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Osteoporosis constitutes a major public health problem through its association with age related fractures. Fracture rates are generally higher in caucasian women than in other populations. Important determinants include estrogen deficiency in women, low body mass index, cigarette smoking, alcohol consumption, poor dietary calcium intake, physical inactivity, certain drugs and illnesses. Thus, modification of physical activity and dietary calcium/vitamin D nutrition should complement high risk approaches. In addition, the recently developed WHO algorithm for evaluation of 10-year absolute risk of fracture provides a means whereby various therapies can be targeted cost-effectively to those at risk. Risk factors, together with bone mineral density (BMD) and biochemical indices of bone turnover, can be utilised to derive absolute risks of fracture and cost-utility thresholds at which treatment is justified. These data will provide the basis for translation into coherent public health strategies aiming to prevent osteoporosis both in individuals and in the general population.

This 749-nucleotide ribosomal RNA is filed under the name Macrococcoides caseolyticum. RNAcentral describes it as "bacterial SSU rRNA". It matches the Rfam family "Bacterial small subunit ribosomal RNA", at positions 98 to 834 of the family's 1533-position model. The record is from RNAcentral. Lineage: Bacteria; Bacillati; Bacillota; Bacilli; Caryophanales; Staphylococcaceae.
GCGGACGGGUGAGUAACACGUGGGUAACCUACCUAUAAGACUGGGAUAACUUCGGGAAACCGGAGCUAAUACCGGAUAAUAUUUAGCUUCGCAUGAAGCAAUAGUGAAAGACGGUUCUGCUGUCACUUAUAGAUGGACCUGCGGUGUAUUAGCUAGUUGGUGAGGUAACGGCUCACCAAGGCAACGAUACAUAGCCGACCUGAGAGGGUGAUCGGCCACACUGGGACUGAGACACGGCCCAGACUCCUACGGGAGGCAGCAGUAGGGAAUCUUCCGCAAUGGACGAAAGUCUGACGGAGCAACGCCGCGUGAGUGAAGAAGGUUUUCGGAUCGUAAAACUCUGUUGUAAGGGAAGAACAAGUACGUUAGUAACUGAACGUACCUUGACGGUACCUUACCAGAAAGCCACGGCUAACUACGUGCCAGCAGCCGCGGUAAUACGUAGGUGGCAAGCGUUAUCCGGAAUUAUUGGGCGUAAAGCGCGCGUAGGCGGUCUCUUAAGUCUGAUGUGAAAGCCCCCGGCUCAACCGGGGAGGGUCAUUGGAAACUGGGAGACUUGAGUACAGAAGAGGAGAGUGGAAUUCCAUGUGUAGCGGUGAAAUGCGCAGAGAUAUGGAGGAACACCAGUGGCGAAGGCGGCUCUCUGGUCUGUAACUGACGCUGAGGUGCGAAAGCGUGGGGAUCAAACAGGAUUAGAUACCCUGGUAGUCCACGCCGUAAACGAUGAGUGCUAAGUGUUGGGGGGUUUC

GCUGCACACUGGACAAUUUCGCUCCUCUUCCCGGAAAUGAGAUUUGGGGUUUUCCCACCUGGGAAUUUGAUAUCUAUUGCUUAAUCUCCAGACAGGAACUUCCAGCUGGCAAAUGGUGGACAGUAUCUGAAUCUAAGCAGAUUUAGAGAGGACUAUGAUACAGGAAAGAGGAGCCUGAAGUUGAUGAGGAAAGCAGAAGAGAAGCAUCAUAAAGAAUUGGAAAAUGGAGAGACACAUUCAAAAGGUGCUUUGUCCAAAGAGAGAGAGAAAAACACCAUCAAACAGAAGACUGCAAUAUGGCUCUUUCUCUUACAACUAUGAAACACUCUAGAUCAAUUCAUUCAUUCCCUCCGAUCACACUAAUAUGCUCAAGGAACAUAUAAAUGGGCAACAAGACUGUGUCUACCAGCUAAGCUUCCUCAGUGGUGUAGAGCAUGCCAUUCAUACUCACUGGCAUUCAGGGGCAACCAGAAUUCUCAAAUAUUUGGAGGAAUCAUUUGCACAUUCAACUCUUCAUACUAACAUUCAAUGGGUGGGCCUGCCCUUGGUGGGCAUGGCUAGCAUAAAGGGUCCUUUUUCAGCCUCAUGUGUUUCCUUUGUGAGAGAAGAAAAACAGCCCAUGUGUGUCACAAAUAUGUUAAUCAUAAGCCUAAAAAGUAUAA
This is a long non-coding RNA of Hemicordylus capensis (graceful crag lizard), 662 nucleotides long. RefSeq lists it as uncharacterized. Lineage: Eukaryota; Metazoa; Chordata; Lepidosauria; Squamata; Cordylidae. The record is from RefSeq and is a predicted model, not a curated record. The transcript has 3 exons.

Journal article


Salud publica de Mexico

Publication Date



51 Suppl 1


S38 - S45


MRC Epidemiology Resource Centre, University of Southampton, UK.


Bone and Bones, Humans, Osteoporosis, Bone Resorption, Tomography, X-Ray Computed, Absorptiometry, Photon, Ultrasonography, Risk Assessment, Risk Factors, Bone Density, Female, Fractures, Bone